Apartment Leasing: Handling a Future Resident Inquiry Part Two

 

When you hold any position in property management that requires you to answer a telephone, chances are better than good that when the phone rings, there’s either a resident or future resident on the other end of it. For those of us that are Leasing Professionals, with leasing in the first line of our job descriptions, leasing is our number one goal no matter how we come into contact with the future resident — but the odds are overwhelmingly in favor of that contact first occurring over the telephone. The fact is, at least four out of every five of your residents first came into contact with your community over the telephone. This is so important; I’m going to say it again. At least four out of five of your residents first came into contact with your community on the website and then the telephone!

Let’s put the numbers into perspective and take a closer look. The statistic is that four out of five residents began their relationship with you via the telephone. Out of all the of calls that your community receives each week, many resulting visits, at least four out of five of those signed leases first began as one of those phone calls.

How might your telephone-to-traffic, and ultimately your closing ratio, be affected if you were to truly concentrate on turning more of those scores of calls into visits (with less lost opportunities). How much more effective can the resulting visit be if it’s built on a flawless first impression? The answer is that your closing ratio can skyrocket, and your presentations can be enormously successful, if you use the telephone to its best advantage.

Are you taking full advantage of the opportunity that each telephone call represents? Do you start leasing the minute you answer? Is the telephone’s ring an interruption to your day? Do you answer just to make it stop ringing? Do you take the time with every future resident to schedule a visit to your community? When you’re busy, do you rush the conversation just to get back to whatever you were doing? Do you try to get to know the future resident? Build rapport? Get his or her telephone number? Qualify them? Ask how they heard about your community? Grab your future resident’s full attention? Make the conversation memorable?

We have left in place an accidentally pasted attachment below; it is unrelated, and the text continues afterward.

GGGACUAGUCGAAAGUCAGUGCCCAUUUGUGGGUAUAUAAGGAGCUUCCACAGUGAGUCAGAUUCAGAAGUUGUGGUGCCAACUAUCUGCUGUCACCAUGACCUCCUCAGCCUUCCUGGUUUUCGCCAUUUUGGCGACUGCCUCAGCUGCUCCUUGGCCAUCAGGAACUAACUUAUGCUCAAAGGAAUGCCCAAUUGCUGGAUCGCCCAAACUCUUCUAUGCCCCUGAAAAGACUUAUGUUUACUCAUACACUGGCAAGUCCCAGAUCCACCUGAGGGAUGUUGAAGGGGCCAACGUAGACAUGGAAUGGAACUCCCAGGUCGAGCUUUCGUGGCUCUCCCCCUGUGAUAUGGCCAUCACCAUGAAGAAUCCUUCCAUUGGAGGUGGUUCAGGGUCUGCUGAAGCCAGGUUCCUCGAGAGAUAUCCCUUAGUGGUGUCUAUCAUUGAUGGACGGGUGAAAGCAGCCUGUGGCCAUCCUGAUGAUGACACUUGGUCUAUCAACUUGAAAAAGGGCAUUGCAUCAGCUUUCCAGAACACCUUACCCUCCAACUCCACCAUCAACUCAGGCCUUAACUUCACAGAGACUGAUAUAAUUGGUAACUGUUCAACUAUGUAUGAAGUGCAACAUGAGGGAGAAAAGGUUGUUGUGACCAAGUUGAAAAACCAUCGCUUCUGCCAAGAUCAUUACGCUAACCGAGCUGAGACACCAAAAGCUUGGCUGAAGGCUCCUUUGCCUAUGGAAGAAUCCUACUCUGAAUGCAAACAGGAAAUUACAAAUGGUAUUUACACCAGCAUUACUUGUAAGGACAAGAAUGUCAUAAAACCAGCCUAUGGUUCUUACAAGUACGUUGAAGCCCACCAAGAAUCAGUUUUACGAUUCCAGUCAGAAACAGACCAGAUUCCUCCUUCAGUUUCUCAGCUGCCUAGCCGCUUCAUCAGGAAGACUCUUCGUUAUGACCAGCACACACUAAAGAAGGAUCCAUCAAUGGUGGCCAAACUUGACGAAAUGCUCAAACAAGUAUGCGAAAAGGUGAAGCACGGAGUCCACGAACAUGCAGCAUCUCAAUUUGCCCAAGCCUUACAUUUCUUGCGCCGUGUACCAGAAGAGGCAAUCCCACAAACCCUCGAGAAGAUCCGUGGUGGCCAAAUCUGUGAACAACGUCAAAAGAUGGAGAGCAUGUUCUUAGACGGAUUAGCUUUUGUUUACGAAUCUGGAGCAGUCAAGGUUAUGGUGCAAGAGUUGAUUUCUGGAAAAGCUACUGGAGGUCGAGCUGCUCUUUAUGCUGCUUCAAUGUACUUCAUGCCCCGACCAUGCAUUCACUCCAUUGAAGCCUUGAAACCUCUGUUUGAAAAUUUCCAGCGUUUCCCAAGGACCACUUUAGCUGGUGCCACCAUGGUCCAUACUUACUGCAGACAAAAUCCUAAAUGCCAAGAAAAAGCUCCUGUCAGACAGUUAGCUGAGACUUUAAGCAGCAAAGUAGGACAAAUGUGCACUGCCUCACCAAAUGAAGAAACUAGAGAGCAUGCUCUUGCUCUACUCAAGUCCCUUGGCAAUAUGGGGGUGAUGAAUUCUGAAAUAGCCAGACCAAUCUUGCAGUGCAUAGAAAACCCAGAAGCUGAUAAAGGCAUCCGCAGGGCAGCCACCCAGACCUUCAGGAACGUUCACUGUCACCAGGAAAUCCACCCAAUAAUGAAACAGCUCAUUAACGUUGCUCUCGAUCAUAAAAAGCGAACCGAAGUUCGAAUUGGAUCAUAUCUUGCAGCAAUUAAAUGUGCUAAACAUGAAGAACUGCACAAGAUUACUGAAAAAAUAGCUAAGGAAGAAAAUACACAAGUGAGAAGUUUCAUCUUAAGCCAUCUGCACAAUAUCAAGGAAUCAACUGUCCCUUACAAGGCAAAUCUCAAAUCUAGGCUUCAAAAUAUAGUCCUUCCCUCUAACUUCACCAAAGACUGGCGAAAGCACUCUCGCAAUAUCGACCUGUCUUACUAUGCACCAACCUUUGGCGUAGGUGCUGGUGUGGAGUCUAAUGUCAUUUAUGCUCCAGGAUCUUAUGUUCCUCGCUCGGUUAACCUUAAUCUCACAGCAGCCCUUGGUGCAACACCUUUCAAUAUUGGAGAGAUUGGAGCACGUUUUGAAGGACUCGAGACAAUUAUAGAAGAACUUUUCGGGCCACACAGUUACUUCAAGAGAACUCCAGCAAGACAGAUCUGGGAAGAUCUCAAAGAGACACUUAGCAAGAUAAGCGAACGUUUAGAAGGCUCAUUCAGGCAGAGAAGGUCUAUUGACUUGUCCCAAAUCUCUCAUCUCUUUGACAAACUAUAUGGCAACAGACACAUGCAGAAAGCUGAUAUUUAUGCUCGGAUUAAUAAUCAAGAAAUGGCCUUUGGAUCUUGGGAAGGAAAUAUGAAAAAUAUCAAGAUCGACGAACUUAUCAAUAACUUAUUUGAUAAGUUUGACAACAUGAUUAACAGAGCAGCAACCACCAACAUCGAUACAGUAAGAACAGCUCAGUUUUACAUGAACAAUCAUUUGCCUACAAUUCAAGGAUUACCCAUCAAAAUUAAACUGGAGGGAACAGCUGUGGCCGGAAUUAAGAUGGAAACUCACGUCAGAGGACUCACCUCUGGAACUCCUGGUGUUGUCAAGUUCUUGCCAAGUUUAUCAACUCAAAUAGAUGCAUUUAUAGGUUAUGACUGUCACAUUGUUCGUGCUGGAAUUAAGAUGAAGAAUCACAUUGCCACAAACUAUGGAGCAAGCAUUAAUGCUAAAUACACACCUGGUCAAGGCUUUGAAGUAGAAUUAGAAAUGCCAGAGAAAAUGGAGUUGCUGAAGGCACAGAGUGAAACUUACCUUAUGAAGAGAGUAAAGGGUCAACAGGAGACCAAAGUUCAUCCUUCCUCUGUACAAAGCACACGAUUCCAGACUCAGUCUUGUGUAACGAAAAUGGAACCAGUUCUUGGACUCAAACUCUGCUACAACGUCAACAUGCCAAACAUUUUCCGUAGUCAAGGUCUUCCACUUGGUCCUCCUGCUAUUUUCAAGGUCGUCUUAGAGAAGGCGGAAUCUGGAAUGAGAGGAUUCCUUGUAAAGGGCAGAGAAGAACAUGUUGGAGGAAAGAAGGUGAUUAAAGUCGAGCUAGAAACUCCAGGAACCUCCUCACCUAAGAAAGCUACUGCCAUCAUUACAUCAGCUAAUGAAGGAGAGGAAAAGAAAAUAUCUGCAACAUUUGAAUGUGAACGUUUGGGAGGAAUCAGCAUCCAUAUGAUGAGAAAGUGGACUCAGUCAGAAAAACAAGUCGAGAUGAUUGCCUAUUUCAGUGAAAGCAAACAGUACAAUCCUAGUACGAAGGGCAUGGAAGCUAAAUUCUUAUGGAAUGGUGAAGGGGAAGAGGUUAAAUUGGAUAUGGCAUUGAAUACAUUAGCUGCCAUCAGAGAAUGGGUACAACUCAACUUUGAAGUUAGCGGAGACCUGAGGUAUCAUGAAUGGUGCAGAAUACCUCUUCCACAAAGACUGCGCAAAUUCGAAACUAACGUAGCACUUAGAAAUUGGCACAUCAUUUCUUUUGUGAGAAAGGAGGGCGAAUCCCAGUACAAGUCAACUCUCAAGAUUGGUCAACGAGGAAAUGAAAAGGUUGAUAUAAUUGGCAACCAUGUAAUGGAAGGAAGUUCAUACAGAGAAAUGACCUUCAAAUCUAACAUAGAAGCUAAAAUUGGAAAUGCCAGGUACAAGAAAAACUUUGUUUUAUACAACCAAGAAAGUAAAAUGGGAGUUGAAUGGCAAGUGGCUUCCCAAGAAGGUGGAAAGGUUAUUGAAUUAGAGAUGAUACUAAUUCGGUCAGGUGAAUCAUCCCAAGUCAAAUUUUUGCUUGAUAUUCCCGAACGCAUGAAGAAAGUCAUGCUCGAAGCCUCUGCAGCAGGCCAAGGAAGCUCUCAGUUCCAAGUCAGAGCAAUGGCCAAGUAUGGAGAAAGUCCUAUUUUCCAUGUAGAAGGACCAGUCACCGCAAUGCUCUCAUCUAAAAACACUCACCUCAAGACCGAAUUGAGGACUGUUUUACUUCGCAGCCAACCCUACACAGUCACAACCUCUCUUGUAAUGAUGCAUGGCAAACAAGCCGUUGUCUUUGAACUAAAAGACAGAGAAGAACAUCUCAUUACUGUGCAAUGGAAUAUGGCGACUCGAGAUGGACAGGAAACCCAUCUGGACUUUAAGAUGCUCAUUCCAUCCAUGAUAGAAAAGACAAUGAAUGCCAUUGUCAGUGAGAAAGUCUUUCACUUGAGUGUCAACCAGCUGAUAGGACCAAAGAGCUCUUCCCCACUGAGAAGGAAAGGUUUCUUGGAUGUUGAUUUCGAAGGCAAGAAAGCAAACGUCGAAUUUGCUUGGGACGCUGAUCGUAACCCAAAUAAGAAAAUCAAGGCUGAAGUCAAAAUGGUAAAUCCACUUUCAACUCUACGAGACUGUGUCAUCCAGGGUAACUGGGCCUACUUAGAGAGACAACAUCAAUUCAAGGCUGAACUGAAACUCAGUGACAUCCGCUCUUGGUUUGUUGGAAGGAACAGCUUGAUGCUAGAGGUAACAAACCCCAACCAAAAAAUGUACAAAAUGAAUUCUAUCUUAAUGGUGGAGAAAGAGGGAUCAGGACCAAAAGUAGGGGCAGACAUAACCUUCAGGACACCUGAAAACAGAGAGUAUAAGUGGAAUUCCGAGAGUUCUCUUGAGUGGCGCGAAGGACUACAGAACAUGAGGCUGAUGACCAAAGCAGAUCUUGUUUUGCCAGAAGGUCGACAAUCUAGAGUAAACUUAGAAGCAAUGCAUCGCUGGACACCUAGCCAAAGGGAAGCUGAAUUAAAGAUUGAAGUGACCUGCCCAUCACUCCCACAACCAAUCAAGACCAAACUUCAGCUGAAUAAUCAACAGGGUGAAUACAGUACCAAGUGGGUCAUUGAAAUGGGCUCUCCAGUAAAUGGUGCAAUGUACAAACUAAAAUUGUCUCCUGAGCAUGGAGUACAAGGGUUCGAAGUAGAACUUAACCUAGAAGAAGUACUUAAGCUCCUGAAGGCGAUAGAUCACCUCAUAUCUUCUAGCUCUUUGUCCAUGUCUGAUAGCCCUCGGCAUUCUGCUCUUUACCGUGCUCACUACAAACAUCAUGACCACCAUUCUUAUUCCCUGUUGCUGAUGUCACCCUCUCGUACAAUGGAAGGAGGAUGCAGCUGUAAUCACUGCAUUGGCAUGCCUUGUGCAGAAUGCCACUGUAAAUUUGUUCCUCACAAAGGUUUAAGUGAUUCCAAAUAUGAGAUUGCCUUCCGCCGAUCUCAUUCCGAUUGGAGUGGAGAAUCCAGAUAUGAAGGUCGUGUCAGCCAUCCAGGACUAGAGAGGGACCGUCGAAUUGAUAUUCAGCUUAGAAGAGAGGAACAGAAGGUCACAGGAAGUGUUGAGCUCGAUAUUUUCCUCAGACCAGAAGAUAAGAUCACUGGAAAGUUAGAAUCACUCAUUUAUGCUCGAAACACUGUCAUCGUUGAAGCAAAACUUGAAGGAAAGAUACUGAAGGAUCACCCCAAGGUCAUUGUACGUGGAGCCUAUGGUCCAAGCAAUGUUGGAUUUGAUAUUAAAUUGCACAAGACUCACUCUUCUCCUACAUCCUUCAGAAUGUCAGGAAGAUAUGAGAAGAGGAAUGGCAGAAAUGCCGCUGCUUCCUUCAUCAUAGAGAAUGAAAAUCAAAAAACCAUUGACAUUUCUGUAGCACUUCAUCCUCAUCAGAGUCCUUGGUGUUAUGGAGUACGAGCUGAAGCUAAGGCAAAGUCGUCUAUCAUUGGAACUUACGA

Few of us can honestly answer “yes” to every one of the questions that I just asked, but I think I’ve made my point clearly: there’s more to answering the telephone than merely saying, “Good morning, Magic Apartments, this is Tami.”

 

 

Be Prepared to Answer the Telephone

 

Let the telephone ring two or three times. This allows you time to prepare to answer the call. Kate Good  says “Learn to say goodbye before you say hello.” In other words, say goodbye to whatever you’re doing when the phone rings, and give yourself a second to focus on the call.

Believe me, I know you’re not just sitting around all day waiting for the telephone to ring. We all have many other responsibilities that keep us jumping throughout the day. A ringing telephone is – more often than not – an interruption, and usually an unwelcome one, at that. By letting the telephone ring once or twice more, you give yourself time to redirect your attention, adjust your attitude, and make certain that you have the necessary tools at your fingertips so that you are prepared to handle a future resident inquiry. Tools? Yes, it’s the simple things that make a big difference. The number one tool needed is a pen. Now that sounds pretty basic and you’re probably wondering if I am a bit crazy to even mention it at all; but I’ve found that I rarely have a pen close at hand when I absolutely need one, even if I had one in my hand just a few minutes before. You will also want to make certain that you have a guest card and a brochure or floor plans at your fingertips.

 

 

 

Understand the Goals from the Start

 

The goals of your telephone conversation are to:

 

Investigate what the future resident wants and needs

 

Develop a rapport / start building the relationship

 

Assure them that you can, indeed, meet their specific needs

 

Determine if they fit the qualifying criteria for your community

 

Ask for the Marketing Source and necessary follow up information

 

Schedule an appointment so that you can prove that your community offers exactly what they’re looking for.

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